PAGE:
A case study reported by Christopher Booker in The Castle of Lies:
In March 1995 Geoff Richardson, chairman of a small Yorkshire firm Aquaspersions, was so angry about a disaster which had befallen his company that he reported his story to a Select Committee of MPs.
The story began some years before with a young laboratory technician named Robert Pickford. His speciality was devising ways to keep crops free from pests through biological controls, environmentally-friendly methods which can drastically reduce the need for chemical poisons. Pickford was so successful he eventually became research director for Humber Growers, Britain's leading cucumber growers.
One of his early triumphs back in 1980 was devising a way to deal with tiny insects called thrips. Instead of drenching the plants with poisons, Pickford suggested simply spraying the greenhouse floor with harmless sticky stuff on which the insects would be trapped. Thanks to 'Thripstick' the problem was solved. But in 1987 the company faced an even worse problem, a plague of whitefly - and this inspired Pickford to his finest brainwave.
Watching his wife ironing one day, he saw her using starch to stiffen the clothes. What if he could somehow apply starch to the whitefly pupae? Might this not stiffen the casing so that the tiny insects couldn't struggle out? His wife's spray-on starch didn't do the trick. But Pickford's mother then suggested he try her old-fashioned potato starch, which worked a treat.
Everyone was so excited about this extraordinarily ingenious new answer to the whitefly menace that another company, Aquaspersions, was brought in to help transform it into a saleable product. The two companies spent £400,000 on developing and patenting what they called Hugtite. It passed all the necessary tests by the Pesticides Safety Directorate and attracted interest from across the world. Finally plans were in place for a major chemical company, Levington Horticulture (formerly Fisons) to launch Hugtite on the international market in Januar 1995. Sales in the first year alone were projected at £1 million.
Then the blow fell. The companies were told that under new rules to comply with an EC directive 'on the placing on the market of plant protection products', 91/414, they would have to submit their product to a hugely complex and expensive series of new safety tests. These would cost at least another £250,000 and take three years.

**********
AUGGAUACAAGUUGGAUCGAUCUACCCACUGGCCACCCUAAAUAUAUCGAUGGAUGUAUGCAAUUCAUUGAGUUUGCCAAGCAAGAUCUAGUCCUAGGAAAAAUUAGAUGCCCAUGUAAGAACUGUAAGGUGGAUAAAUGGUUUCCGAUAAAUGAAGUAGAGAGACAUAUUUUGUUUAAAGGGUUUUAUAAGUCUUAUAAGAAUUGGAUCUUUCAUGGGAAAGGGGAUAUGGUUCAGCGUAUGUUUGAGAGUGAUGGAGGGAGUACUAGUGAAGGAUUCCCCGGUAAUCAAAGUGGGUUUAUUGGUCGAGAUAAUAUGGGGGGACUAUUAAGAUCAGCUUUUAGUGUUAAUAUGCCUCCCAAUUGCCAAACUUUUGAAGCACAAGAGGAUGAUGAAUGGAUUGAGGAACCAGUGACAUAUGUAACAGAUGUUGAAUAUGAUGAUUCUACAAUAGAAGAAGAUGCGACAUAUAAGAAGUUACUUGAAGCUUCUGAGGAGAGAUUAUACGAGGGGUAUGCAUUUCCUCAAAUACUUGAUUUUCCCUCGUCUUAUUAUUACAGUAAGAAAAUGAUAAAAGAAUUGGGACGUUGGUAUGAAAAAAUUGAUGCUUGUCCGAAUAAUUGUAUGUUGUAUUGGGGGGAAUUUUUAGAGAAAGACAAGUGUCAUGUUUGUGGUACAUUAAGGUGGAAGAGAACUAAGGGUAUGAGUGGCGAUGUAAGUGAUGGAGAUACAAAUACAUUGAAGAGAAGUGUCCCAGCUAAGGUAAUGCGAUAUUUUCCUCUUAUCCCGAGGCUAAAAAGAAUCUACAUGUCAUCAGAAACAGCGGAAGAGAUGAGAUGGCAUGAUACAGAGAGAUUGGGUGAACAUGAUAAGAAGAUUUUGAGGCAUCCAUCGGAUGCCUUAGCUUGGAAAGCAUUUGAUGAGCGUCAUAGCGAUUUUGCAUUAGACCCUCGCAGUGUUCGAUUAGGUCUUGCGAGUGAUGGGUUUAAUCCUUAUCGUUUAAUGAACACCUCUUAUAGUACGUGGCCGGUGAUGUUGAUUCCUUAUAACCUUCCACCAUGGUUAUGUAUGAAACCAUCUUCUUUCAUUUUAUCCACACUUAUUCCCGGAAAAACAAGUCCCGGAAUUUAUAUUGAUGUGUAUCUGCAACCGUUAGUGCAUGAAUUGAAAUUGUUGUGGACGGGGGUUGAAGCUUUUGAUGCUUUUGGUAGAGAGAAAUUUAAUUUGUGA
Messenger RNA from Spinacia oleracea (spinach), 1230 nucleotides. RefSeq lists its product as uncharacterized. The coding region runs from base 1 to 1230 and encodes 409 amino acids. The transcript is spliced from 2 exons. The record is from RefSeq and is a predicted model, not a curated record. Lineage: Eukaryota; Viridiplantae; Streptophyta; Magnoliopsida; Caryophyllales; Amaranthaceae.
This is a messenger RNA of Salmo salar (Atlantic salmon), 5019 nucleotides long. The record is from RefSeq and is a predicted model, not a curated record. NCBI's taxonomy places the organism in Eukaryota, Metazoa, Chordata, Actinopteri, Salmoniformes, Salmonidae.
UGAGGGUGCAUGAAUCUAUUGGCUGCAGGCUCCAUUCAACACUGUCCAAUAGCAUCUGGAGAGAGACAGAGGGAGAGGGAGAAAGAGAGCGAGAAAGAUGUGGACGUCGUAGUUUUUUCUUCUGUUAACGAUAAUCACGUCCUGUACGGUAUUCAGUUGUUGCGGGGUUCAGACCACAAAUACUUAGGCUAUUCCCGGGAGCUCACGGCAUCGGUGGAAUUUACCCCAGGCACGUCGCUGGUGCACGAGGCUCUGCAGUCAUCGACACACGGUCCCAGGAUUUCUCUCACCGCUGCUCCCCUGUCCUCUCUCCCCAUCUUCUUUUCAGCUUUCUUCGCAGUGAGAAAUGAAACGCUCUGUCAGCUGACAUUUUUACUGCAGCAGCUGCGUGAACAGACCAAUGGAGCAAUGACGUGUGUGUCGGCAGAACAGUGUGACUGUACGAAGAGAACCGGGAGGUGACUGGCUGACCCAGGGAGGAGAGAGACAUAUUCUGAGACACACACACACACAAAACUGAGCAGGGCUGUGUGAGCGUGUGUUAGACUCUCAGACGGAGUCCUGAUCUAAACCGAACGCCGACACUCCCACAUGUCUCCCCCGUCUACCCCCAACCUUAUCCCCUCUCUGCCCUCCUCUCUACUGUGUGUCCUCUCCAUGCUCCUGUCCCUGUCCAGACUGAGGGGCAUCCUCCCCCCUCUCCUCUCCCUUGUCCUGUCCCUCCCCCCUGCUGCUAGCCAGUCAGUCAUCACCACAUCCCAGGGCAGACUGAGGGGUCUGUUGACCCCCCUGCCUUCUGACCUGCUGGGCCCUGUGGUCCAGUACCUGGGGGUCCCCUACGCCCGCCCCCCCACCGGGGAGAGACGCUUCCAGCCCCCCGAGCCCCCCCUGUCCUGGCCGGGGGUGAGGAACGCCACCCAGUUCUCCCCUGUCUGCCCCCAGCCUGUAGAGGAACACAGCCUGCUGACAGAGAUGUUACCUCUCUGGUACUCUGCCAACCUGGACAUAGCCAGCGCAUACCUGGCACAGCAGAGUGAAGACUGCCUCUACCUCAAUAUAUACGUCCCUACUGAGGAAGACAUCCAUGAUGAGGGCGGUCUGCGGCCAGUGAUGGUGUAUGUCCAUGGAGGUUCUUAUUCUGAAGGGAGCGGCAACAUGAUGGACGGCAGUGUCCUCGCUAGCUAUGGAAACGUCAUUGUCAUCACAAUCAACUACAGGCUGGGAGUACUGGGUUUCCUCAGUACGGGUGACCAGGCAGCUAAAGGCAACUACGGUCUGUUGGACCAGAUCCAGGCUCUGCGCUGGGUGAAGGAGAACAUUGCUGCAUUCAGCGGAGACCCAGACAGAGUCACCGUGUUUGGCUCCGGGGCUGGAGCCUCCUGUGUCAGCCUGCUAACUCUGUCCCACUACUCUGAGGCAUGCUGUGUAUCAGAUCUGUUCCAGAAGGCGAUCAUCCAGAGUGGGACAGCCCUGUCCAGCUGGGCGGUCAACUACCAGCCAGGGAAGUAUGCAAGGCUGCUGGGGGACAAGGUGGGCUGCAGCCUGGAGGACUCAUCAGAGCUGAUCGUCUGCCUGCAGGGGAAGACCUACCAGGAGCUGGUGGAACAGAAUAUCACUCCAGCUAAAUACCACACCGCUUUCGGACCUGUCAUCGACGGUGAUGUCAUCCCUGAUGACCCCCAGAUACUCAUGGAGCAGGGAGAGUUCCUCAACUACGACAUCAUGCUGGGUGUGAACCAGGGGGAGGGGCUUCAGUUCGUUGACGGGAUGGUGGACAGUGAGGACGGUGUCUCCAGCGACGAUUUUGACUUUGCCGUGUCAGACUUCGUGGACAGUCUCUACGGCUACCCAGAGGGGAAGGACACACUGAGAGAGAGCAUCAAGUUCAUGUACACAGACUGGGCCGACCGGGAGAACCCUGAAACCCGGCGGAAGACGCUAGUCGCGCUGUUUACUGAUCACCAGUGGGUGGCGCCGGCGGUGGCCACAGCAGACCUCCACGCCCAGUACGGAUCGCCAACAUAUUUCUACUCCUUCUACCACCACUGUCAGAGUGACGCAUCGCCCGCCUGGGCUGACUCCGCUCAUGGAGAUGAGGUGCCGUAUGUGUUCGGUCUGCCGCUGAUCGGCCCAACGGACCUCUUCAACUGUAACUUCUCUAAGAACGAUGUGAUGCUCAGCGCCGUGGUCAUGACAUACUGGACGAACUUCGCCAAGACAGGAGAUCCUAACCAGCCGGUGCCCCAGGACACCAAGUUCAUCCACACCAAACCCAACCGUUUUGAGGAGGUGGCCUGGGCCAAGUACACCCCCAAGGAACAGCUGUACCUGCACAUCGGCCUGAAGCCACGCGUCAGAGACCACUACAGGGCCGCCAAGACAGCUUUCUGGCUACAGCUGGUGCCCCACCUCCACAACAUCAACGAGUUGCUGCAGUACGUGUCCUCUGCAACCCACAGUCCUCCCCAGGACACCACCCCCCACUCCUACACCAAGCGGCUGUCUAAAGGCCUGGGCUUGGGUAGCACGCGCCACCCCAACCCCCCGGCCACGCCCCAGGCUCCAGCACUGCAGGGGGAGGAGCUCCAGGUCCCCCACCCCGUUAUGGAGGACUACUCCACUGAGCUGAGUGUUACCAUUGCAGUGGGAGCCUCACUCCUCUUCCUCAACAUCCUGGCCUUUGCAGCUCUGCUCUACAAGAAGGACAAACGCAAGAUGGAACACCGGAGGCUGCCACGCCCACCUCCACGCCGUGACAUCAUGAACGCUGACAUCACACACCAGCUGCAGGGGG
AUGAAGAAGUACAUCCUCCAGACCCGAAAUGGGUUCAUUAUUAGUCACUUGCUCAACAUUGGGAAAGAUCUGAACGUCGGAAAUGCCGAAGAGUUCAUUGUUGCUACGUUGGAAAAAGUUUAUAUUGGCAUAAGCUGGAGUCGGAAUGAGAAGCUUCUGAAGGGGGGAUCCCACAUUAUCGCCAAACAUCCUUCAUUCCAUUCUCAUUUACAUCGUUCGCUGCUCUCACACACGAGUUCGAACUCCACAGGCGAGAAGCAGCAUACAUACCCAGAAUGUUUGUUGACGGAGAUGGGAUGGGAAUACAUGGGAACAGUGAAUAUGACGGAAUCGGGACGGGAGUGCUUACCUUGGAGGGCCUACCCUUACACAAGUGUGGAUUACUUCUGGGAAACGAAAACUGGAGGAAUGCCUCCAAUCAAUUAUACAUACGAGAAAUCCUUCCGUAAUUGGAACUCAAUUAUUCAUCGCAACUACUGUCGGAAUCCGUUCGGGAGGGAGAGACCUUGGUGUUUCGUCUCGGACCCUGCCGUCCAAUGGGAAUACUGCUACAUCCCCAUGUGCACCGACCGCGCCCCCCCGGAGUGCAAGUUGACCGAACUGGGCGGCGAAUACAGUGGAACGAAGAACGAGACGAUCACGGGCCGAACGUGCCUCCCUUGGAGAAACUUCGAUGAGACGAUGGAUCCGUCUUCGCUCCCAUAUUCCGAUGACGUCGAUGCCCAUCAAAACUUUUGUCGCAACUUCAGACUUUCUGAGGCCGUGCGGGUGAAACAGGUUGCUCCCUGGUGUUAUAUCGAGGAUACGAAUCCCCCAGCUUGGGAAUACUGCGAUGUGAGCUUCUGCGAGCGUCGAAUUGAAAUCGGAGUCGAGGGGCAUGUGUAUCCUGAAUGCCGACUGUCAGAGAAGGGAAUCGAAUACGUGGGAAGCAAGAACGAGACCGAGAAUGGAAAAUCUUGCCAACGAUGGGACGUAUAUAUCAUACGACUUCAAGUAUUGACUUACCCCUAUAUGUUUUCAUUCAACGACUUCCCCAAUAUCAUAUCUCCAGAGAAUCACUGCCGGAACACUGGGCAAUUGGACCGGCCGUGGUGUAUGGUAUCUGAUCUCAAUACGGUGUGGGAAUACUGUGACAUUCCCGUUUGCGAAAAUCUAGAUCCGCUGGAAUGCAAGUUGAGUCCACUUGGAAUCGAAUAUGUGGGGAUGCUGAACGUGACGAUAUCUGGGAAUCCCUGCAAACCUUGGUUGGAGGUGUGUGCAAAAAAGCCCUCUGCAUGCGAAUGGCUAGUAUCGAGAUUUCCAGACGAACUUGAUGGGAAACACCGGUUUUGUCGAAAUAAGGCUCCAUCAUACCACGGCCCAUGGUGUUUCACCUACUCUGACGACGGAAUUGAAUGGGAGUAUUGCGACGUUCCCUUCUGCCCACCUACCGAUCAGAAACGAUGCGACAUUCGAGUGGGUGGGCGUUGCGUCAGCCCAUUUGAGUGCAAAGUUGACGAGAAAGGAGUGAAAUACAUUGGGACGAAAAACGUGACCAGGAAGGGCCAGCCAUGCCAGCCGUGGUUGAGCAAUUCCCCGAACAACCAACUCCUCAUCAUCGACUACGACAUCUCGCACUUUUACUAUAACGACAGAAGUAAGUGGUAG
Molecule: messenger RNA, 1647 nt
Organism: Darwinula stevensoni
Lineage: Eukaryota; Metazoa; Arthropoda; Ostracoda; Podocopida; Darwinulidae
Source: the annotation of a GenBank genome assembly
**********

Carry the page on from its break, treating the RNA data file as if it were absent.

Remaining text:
This was because, under the EC rules, potato starch was considered to be a new and hitherto untested 'active substance'. It therefore had to be tested just as if it was some dangerous new chemical. In fact potato starch is something so harmless and familiar that we eat it every day in soups, sauces, pie glazes and hundreds of other food products. It is even used in the glue on envelopes, so we may lick it every time we send a letter. Nevertheless the EC rules said the starch had to go through this bizarre rigmarole, at a cost so prohibitive that Levington's pulled out. This left the two small companies with their colossal £400,000 bill, for a product which everyone wanted but which could now never be sold.
So angry was Aquaspersions' chairman Geoff Richardson that, when he heard the Agriculture Committee of the House of Commons was conducting an enquiry into the licensing of pesticides, he sent in the details of what had happened. The MPs were impressed enough to include this horror story in their printed volume of evidence. The problem was this insanity came from the EC. And when it came to laws from Brussels, the MPs knew they were powerless to do anything, even though they had caused an ingenious British product, with the potential to earn tens of millions of pounds on the world market, to be chucked on the scrapheap.